In its first meeting of 2014, the Rappahannock County Board of Zoning Appeals (BZA) approved the lone request before it last Wednesday night (April 23): a family apartment request from Amissville resident Don Loock.
The board began by formally electing its 2014 officers, reelecting Alexander Sharp as the planning commission representative, Jennifer Matthews at vice-chair and reappointing Robert Weinberg as the chairman. Weinberg noted he was entering the final year of his five-year stint on the board, and likely wouldn’t run again.
Loock told the board he wanted to use part of an existing barn on his property as a family apartment for his in-laws, and presented floor plans for the apartment, which would be constructed by tearing down parts of the nearby barn.
Loock explained that the barn itself is sectional and has been added onto over the years — “It’s fairly pieced together,” he explained. His plan was to simply tear down the expansions and return the barn to its original frame.
Loock said the goal was to provide his wife’s parents — who currently reside in Annapolis — a place to stay, as well as easy access to visit their grandchildren. The apartment wouldn’t serve as a permanent residence, Loock added, as his in-laws would continue living in Maryland.
He and his wife also had no plans to rent the apartment, and while construction hasn’t yet begun, Loock said the goal was to finish the apartment by October.
“Of which year?” laughed Christopher Bird.
As happened at last week’s planning commission meeting, none of the BZA members had objections to Loock’s request. Once again, the only issue raised concerned the apartment’s septic system, which Matthews pointed out would be subject to the state health department standards enforced locally by Medge Carter.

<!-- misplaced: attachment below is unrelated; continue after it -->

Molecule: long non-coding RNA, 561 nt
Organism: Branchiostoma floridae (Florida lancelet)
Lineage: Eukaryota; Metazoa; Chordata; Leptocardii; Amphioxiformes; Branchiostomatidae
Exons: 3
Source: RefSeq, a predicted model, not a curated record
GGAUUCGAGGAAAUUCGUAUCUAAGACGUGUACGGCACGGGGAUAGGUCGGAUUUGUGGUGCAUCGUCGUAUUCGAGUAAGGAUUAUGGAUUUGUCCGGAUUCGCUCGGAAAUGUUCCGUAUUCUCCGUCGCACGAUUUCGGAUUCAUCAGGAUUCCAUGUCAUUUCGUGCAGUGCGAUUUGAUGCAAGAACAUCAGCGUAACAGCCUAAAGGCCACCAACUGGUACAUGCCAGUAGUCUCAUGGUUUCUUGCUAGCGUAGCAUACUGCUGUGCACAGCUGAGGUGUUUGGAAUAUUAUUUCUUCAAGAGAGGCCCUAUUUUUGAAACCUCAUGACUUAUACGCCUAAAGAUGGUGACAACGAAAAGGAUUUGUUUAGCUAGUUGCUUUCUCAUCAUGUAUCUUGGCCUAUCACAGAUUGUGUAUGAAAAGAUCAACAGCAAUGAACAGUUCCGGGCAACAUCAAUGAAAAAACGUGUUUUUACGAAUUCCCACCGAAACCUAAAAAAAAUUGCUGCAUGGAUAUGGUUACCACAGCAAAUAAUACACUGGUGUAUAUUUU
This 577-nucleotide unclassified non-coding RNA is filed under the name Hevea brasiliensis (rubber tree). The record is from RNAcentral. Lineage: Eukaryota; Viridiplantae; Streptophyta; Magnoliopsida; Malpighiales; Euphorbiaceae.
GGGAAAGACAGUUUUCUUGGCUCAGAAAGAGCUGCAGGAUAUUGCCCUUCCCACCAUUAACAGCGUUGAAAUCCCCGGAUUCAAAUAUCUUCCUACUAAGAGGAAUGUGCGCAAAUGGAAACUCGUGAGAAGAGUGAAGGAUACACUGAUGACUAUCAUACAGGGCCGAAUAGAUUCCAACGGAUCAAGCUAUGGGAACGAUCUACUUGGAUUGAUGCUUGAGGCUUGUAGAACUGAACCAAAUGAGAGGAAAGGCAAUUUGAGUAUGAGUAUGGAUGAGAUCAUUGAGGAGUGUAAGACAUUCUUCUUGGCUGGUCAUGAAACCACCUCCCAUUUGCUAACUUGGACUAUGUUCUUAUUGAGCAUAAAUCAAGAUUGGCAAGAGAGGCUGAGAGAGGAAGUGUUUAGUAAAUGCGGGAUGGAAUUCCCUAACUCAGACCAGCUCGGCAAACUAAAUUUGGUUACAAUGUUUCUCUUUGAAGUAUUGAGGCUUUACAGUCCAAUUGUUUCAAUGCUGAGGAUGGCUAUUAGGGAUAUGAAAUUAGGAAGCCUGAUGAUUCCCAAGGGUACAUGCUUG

“Everything in the county is subject to her,” joked Loock.
The BZA ultimately unanimously approved Loock’s request, 5-0. “Congratulations on your new house-to-be,” said Weinberg.
County Administrator John McCarthy gave the board a brief update on the Harmony Manor lawsuit — specifically, that there was nothing new to report.
The lawsuit — filed shortly after the BZA’s October decision to approve a three-room expansion of Randall and Kimberly Fort’s Clark Lane B&B, over the objections of both the neighbors and the planning commission — has not progressed since, McCarthy said.
A representative for the defendants, the Clark Lane Residents Committee, had initially requested court availability dates in April and May, McCarthy said, but nothing had been filed. Also of note, one of the (now former) residents of Clark Lane, Pat Choate, has since sold his property and moved, McCarthy added, though it’s unclear what — if anything — that means for the lawsuit.